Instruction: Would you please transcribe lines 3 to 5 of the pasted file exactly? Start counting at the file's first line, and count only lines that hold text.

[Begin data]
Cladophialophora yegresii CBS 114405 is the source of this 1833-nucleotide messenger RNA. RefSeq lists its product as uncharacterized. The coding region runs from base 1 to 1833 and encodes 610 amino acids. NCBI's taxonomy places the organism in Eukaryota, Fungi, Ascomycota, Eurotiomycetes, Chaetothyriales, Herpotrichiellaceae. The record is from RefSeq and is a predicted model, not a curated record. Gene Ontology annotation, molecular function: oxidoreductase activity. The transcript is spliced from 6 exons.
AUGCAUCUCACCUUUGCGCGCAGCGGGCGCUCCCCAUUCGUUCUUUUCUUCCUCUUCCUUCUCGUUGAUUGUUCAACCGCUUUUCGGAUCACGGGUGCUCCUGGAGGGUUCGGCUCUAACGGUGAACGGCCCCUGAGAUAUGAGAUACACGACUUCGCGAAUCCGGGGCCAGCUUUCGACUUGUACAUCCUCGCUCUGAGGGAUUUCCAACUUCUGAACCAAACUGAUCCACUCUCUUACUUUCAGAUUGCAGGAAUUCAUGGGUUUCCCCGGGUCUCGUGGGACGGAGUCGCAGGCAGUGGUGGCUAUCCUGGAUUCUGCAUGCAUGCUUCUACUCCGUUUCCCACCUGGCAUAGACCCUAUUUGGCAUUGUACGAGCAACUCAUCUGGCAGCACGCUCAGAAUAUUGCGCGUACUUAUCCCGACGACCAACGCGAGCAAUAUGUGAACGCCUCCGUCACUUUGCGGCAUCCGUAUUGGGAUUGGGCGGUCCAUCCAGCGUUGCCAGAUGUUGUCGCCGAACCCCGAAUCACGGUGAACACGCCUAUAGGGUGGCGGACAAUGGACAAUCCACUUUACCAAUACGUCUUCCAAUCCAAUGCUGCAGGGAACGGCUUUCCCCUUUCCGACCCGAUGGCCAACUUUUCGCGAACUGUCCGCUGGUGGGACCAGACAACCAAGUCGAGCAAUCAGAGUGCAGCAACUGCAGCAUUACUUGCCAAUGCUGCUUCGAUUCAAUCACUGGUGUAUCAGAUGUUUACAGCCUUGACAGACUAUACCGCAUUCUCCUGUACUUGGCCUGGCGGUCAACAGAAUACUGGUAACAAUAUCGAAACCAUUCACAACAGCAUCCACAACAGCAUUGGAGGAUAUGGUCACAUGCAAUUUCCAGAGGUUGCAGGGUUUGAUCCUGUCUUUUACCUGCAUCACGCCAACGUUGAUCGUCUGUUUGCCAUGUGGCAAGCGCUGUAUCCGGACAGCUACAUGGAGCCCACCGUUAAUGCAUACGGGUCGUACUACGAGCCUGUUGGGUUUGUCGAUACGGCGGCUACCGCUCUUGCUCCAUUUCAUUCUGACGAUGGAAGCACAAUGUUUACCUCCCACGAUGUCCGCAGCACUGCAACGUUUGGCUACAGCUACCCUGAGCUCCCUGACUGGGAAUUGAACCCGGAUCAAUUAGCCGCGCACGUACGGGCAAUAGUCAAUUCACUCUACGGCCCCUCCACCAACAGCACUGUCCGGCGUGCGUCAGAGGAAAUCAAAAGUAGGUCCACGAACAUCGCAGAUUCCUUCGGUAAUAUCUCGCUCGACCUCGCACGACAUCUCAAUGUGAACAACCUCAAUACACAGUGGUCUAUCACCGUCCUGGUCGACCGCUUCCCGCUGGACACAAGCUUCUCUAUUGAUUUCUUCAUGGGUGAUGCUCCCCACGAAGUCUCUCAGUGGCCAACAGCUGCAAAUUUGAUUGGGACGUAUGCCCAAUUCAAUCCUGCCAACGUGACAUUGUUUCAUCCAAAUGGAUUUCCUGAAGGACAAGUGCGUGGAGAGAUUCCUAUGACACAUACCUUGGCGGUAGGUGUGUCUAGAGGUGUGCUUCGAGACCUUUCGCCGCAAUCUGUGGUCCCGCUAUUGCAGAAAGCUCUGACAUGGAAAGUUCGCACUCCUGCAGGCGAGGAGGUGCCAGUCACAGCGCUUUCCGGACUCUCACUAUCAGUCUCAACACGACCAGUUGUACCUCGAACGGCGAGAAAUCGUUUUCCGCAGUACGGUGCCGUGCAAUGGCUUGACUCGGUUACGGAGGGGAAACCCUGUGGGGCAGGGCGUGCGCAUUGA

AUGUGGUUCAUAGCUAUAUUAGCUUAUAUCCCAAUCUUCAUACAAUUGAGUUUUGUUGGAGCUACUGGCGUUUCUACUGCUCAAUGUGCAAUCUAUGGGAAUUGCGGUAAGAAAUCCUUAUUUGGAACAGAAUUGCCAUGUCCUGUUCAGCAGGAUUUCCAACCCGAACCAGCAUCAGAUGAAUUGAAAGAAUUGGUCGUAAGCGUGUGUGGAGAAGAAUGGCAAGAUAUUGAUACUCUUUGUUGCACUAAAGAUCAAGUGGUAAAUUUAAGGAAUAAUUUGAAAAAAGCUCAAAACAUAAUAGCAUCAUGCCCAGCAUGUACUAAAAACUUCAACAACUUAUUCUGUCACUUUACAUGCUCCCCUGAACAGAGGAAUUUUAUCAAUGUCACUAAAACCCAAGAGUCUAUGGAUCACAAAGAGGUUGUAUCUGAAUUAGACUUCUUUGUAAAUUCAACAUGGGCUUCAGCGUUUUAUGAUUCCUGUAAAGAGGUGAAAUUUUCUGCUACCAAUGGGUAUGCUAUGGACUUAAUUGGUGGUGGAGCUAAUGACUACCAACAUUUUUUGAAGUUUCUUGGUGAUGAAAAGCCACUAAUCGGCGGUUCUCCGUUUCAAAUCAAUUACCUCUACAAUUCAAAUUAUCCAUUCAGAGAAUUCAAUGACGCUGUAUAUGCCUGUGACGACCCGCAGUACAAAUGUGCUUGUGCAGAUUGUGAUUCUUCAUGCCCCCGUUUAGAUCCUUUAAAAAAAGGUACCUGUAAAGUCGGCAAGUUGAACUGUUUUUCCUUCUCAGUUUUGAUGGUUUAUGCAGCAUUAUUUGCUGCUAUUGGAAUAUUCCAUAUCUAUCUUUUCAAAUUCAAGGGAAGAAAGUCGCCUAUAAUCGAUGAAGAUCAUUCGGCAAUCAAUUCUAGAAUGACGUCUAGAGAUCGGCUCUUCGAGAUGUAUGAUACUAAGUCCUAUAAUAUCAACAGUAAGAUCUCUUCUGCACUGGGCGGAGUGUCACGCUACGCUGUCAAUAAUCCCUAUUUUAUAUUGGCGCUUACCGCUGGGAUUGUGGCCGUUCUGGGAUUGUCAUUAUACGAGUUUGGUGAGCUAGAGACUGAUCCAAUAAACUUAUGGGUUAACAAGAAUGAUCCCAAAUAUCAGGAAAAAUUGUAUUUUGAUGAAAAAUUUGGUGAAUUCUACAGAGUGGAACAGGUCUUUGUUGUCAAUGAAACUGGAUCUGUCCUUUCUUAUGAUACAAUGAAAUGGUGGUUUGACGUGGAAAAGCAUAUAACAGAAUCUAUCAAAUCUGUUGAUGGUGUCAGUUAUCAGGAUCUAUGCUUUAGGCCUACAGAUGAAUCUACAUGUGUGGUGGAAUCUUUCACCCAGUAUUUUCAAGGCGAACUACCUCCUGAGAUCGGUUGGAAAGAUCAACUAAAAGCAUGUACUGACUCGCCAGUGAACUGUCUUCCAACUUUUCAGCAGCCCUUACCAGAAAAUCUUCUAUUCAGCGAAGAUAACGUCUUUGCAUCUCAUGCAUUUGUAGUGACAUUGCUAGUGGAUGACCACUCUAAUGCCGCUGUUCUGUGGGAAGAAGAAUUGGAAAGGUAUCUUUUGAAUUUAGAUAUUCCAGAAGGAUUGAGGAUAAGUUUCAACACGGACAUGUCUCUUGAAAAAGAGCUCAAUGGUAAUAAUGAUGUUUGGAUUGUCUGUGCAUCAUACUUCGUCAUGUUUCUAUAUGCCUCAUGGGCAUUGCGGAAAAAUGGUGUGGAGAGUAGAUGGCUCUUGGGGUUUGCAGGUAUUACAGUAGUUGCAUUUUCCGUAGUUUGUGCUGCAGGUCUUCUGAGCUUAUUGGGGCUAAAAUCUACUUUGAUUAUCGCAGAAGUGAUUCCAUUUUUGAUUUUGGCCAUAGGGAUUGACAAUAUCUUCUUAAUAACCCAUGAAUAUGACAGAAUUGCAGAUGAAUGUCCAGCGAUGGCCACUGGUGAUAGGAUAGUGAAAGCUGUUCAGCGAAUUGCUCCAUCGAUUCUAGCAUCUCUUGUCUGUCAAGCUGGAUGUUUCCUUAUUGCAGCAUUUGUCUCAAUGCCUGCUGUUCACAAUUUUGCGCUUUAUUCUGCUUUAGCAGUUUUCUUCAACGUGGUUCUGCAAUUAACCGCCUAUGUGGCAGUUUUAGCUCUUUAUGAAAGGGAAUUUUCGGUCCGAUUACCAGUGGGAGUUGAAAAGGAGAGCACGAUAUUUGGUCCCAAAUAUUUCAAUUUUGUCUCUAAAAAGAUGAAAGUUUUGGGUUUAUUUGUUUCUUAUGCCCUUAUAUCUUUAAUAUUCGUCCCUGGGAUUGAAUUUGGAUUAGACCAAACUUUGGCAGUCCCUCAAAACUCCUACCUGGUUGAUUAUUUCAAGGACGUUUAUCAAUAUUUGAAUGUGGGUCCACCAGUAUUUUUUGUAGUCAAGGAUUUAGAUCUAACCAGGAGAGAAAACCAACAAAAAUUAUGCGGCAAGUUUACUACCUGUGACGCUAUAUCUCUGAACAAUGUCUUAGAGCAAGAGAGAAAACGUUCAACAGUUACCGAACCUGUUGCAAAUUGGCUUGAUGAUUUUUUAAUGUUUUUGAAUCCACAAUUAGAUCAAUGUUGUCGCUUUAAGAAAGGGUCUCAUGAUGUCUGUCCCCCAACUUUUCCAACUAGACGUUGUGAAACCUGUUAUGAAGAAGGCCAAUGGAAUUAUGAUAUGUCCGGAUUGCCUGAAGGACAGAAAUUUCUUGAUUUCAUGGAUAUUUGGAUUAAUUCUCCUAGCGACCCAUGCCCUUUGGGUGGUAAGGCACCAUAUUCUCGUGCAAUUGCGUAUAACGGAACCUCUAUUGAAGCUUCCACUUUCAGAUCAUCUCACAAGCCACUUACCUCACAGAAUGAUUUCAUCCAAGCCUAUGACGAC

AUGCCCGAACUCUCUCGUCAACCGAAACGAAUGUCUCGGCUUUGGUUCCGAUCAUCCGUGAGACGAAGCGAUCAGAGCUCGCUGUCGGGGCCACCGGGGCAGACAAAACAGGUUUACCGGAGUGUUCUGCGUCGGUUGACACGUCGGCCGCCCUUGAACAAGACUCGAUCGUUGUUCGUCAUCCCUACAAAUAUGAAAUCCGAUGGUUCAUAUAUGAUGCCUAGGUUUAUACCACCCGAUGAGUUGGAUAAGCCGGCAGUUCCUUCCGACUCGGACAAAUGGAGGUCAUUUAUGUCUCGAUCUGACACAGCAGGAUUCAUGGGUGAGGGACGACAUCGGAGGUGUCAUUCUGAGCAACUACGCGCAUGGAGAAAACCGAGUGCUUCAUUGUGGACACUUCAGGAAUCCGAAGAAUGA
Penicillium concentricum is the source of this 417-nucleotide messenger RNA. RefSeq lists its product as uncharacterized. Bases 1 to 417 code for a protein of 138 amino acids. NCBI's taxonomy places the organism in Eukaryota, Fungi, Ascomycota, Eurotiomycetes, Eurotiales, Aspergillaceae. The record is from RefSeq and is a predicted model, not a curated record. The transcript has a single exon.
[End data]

AUGUGGUUCAUAGCUAUAUUAGCUUAUAUCCCAAUCUUCAUACAAUUGAGUUUUGUUGGAGCUACUGGCGUUUCUACUGCUCAAUGUGCAAUCUAUGGGAAUUGCGGUAAGAAAUCCUUAUUUGGAACAGAAUUGCCAUGUCCUGUUCAGCAGGAUUUCCAACCCGAACCAGCAUCAGAUGAAUUGAAAGAAUUGGUCGUAAGCGUGUGUGGAGAAGAAUGGCAAGAUAUUGAUACUCUUUGUUGCACUAAAGAUCAAGUGGUAAAUUUAAGGAAUAAUUUGAAAAAAGCUCAAAACAUAAUAGCAUCAUGCCCAGCAUGUACUAAAAACUUCAACAACUUAUUCUGUCACUUUACAUGCUCCCCUGAACAGAGGAAUUUUAUCAAUGUCACUAAAACCCAAGAGUCUAUGGAUCACAAAGAGGUUGUAUCUGAAUUAGACUUCUUUGUAAAUUCAACAUGGGCUUCAGCGUUUUAUGAUUCCUGUAAAGAGGUGAAAUUUUCUGCUACCAAUGGGUAUGCUAUGGACUUAAUUGGUGGUGGAGCUAAUGACUACCAACAUUUUUUGAAGUUUCUUGGUGAUGAAAAGCCACUAAUCGGCGGUUCUCCGUUUCAAAUCAAUUACCUCUACAAUUCAAAUUAUCCAUUCAGAGAAUUCAAUGACGCUGUAUAUGCCUGUGACGACCCGCAGUACAAAUGUGCUUGUGCAGAUUGUGAUUCUUCAUGCCCCCGUUUAGAUCCUUUAAAAAAAGGUACCUGUAAAGUCGGCAAGUUGAACUGUUUUUCCUUCUCAGUUUUGAUGGUUUAUGCAGCAUUAUUUGCUGCUAUUGGAAUAUUCCAUAUCUAUCUUUUCAAAUUCAAGGGAAGAAAGUCGCCUAUAAUCGAUGAAGAUCAUUCGGCAAUCAAUUCUAGAAUGACGUCUAGAGAUCGGCUCUUCGAGAUGUAUGAUACUAAGUCCUAUAAUAUCAACAGUAAGAUCUCUUCUGCACUGGGCGGAGUGUCACGCUACGCUGUCAAUAAUCCCUAUUUUAUAUUGGCGCUUACCGCUGGGAUUGUGGCCGUUCUGGGAUUGUCAUUAUACGAGUUUGGUGAGCUAGAGACUGAUCCAAUAAACUUAUGGGUUAACAAGAAUGAUCCCAAAUAUCAGGAAAAAUUGUAUUUUGAUGAAAAAUUUGGUGAAUUCUACAGAGUGGAACAGGUCUUUGUUGUCAAUGAAACUGGAUCUGUCCUUUCUUAUGAUACAAUGAAAUGGUGGUUUGACGUGGAAAAGCAUAUAACAGAAUCUAUCAAAUCUGUUGAUGGUGUCAGUUAUCAGGAUCUAUGCUUUAGGCCUACAGAUGAAUCUACAUGUGUGGUGGAAUCUUUCACCCAGUAUUUUCAAGGCGAACUACCUCCUGAGAUCGGUUGGAAAGAUCAACUAAAAGCAUGUACUGACUCGCCAGUGAACUGUCUUCCAACUUUUCAGCAGCCCUUACCAGAAAAUCUUCUAUUCAGCGAAGAUAACGUCUUUGCAUCUCAUGCAUUUGUAGUGACAUUGCUAGUGGAUGACCACUCUAAUGCCGCUGUUCUGUGGGAAGAAGAAUUGGAAAGGUAUCUUUUGAAUUUAGAUAUUCCAGAAGGAUUGAGGAUAAGUUUCAACACGGACAUGUCUCUUGAAAAAGAGCUCAAUGGUAAUAAUGAUGUUUGGAUUGUCUGUGCAUCAUACUUCGUCAUGUUUCUAUAUGCCUCAUGGGCAUUGCGGAAAAAUGGUGUGGAGAGUAGAUGGCUCUUGGGGUUUGCAGGUAUUACAGUAGUUGCAUUUUCCGUAGUUUGUGCUGCAGGUCUUCUGAGCUUAUUGGGGCUAAAAUCUACUUUGAUUAUCGCAGAAGUGAUUCCAUUUUUGAUUUUGGCCAUAGGGAUUGACAAUAUCUUCUUAAUAACCCAUGAAUAUGACAGAAUUGCAGAUGAAUGUCCAGCGAUGGCCACUGGUGAUAGGAUAGUGAAAGCUGUUCAGCGAAUUGCUCCAUCGAUUCUAGCAUCUCUUGUCUGUCAAGCUGGAUGUUUCCUUAUUGCAGCAUUUGUCUCAAUGCCUGCUGUUCACAAUUUUGCGCUUUAUUCUGCUUUAGCAGUUUUCUUCAACGUGGUUCUGCAAUUAACCGCCUAUGUGGCAGUUUUAGCUCUUUAUGAAAGGGAAUUUUCGGUCCGAUUACCAGUGGGAGUUGAAAAGGAGAGCACGAUAUUUGGUCCCAAAUAUUUCAAUUUUGUCUCUAAAAAGAUGAAAGUUUUGGGUUUAUUUGUUUCUUAUGCCCUUAUAUCUUUAAUAUUCGUCCCUGGGAUUGAAUUUGGAUUAGACCAAACUUUGGCAGUCCCUCAAAACUCCUACCUGGUUGAUUAUUUCAAGGACGUUUAUCAAUAUUUGAAUGUGGGUCCACCAGUAUUUUUUGUAGUCAAGGAUUUAGAUCUAACCAGGAGAGAAAACCAACAAAAAUUAUGCGGCAAGUUUACUACCUGUGACGCUAUAUCUCUGAACAAUGUCUUAGAGCAAGAGAGAAAACGUUCAACAGUUACCGAACCUGUUGCAAAUUGGCUUGAUGAUUUUUUAAUGUUUUUGAAUCCACAAUUAGAUCAAUGUUGUCGCUUUAAGAAAGGGUCUCAUGAUGUCUGUCCCCCAACUUUUCCAACUAGACGUUGUGAAACCUGUUAUGAAGAAGGCCAAUGGAAUUAUGAUAUGUCCGGAUUGCCUGAAGGACAGAAAUUUCUUGAUUUCAUGGAUAUUUGGAUUAAUUCUCCUAGCGACCCAUGCCCUUUGGGUGGUAAGGCACCAUAUUCUCGUGCAAUUGCGUAUAACGGAACCUCUAUUGAAGCUUCCACUUUCAGAUCAUCUCACAAGCCACUUACCUCACAGAAUGAUUUCAUCCAAGCCUAUGACGAC

AUGCCCGAACUCUCUCGUCAACCGAAACGAAUGUCUCGGCUUUGGUUCCGAUCAUCCGUGAGACGAAGCGAUCAGAGCUCGCUGUCGGGGCCACCGGGGCAGACAAAACAGGUUUACCGGAGUGUUCUGCGUCGGUUGACACGUCGGCCGCCCUUGAACAAGACUCGAUCGUUGUUCGUCAUCCCUACAAAUAUGAAAUCCGAUGGUUCAUAUAUGAUGCCUAGGUUUAUACCACCCGAUGAGUUGGAUAAGCCGGCAGUUCCUUCCGACUCGGACAAAUGGAGGUCAUUUAUGUCUCGAUCUGACACAGCAGGAUUCAUGGGUGAGGGACGACAUCGGAGGUGUCAUUCUGAGCAACUACGCGCAUGGAGAAAACCGAGUGCUUCAUUGUGGACACUUCAGGAAUCCGAAGAAUGA
Penicillium concentricum is the source of this 417-nucleotide messenger RNA. RefSeq lists its product as uncharacterized. Bases 1 to 417 code for a protein of 138 amino acids. NCBI's taxonomy places the organism in Eukaryota, Fungi, Ascomycota, Eurotiomycetes, Eurotiales, Aspergillaceae. The record is from RefSeq and is a predicted model, not a curated record. The transcript has a single exon.